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Re: Aftermarket Rear Shock

Posted: Wed Jan 09, 2019 3:08 pm
by Steel_Gin
Had the forks rebuilt (Traxxion springs) as well as put on a Penske 8983 w/remote on the rear. (Thanks Ray!!) Didn't realized how much it was needed until it was done. Much like Cav it degrades slowly, you just adapt and get used to it wallowing through the corners. It has taken most of last season to try and break those habits I had/have to get through the corners.......it could is also be because of a lack of riding skills but that's a different topic. :D

Asked a lot of questions and called a few places about fork springs. Ended up going with Traxxion based on my phone conversations, very nice guys there. Went with Penske since I had seen so many people on the forums happy with them, outside of the clevis issue I don't recall reading about any failures and if I had to sell it, it would be an easy sale. Used ones on the forum usually don't stay for sale long.

Only complaint on the Penske is the remote, a bit of a pain to find a good mounting point and the mount isn't as clean as I'd like it to be. If the backpack wasn't so much more expensive I'd recommend getting it. Once you have it mounted securely it's a non-issue. The mounting of the remote very much is my lack of time with wrenches in my hand and thinking of place/way to mount it. With that said the suspension rebuild was worth every penny!!

Re: Aftermarket Rear Shock

Posted: Wed Jan 09, 2019 4:06 pm
by bungie4
Hey Pants, if you decide to go with Traxxion, let me know, I'll send you a discount coupin ($50?) I won at EOM a while back. I don't think it's got an expiry on it.

Oh ya, nothing wrong with Hagon either. A reputable brand that has been around for ages.

Re: Aftermarket Rear Shock

Posted: Sat Jan 12, 2019 7:25 pm
by 1911
I got a used Penske 8983 off the forum that happened to be sprung for my weight. I called Traxxion and told them to send me fork springs to match. The rest of the fork internals are still OEM. I'm one very happy Squid.

You are about to be living right up the road from Traxxion, aren't you ?

Re: Aftermarket Rear Shock

Posted: Sun Jan 13, 2019 2:56 am
by Hppants
I noticed the OEM part number is changed - replacement is “50” over original, which is “00”. Well, technically BigJohn tipped me off to the change.

Would anyone fathom a guess as to what the change is? Presuming it’s an improvement?

Wheatie - did you install you OEM replacement yet? What can you say about any improvement?

Re: Aftermarket Rear Shock

Posted: Sun Jan 13, 2019 8:24 am
by raYzerman
No real change that I'm aware of, but Yamaha didn't publish spring data for 2016+. Presumably change of supplier (KYB, IIRC, but don't quote me). A new shock will feel improved over a tired one. If you're close to 200 lbs., you need an 800-850 spring, with adjustable preload should you want to tweak it in. OEM spring rate 650 ain't enough and you can't dial it in. Hard setting 985 is too much for one-up.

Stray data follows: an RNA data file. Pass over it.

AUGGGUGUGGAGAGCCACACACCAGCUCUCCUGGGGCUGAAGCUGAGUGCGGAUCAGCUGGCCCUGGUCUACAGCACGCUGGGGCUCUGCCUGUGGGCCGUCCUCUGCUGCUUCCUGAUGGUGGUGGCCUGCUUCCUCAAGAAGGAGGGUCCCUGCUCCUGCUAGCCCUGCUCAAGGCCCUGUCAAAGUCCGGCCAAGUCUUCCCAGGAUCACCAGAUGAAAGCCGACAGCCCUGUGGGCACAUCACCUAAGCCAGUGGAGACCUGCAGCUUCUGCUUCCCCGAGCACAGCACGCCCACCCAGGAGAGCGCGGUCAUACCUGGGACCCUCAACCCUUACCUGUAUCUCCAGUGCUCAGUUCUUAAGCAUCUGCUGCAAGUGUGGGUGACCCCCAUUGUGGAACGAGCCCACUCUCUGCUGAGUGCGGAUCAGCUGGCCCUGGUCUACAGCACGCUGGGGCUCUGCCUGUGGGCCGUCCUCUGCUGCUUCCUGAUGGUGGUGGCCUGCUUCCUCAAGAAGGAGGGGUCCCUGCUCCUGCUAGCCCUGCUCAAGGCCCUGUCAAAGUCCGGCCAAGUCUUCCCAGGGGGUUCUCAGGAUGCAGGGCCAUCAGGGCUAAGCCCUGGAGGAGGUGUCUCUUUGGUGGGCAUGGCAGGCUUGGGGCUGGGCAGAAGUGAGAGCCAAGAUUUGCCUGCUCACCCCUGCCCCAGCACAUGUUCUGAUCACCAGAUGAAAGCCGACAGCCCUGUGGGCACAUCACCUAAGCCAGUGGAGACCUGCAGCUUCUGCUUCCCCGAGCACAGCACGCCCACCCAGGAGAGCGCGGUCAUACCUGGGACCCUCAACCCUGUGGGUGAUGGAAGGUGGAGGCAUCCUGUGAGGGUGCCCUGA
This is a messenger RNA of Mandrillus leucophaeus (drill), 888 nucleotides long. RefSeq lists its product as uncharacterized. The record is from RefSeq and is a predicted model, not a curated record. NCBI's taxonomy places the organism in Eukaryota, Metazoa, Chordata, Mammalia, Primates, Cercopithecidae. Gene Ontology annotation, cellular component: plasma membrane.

Mr. Pants, one question where do you have your current shock's rebound set?

Re: Aftermarket Rear Shock

Posted: Sun Jan 13, 2019 10:53 am
by Pterodactyl
I recently replaced the OE shock on my 2013 with a Yamaha shock with the new part number. Now a caveat, what I know about shocks and suspension tuning is similar to what I know about neurosurgery. Visually the new shock is identical to what I took off. I was surprised to see that the new one came with the adjuster attached: I had removed and cleaned the old adjuster in preparation for installing it on the new shock. The rubber boot that covers the top of the shock was not included. I shopped around and the best deal I found was from Partzilla; $328 with free shipping (pretty sure they are a wholly owned subsidiary of the HotRodZilla Conglomerate). The removal and instalation process is quite easy. I have not ridden the bike with the new shock installed, but just sitting on the bike I found that it felt a bit taller. I suspect the new spring is not sagging as much but had not considered that this shock could have a spring rated for a higher weight. I was running the old shock on hard most of the time, but when I sat on the bike with the new shock I had it set on soft. I have the compression and rebound both adjusted to about 1/3 of the available adjustment from their hardest setting. On the old tired shock I was running the rebound set a couple of clicks from the hardest setting.

Re: Aftermarket Rear Shock

Posted: Sun Jan 13, 2019 12:27 pm
by raYzerman
The new shock would have sat uncompressed until installed. The springs don't really get very tired over time, a tad maybe, but when it's already undersprung for many, when you lose a bit of tension, you are the one "tired" of it with time. OTOH, a bit of "tired" on a proper spring for your weight will be much less if any noticeable "loss".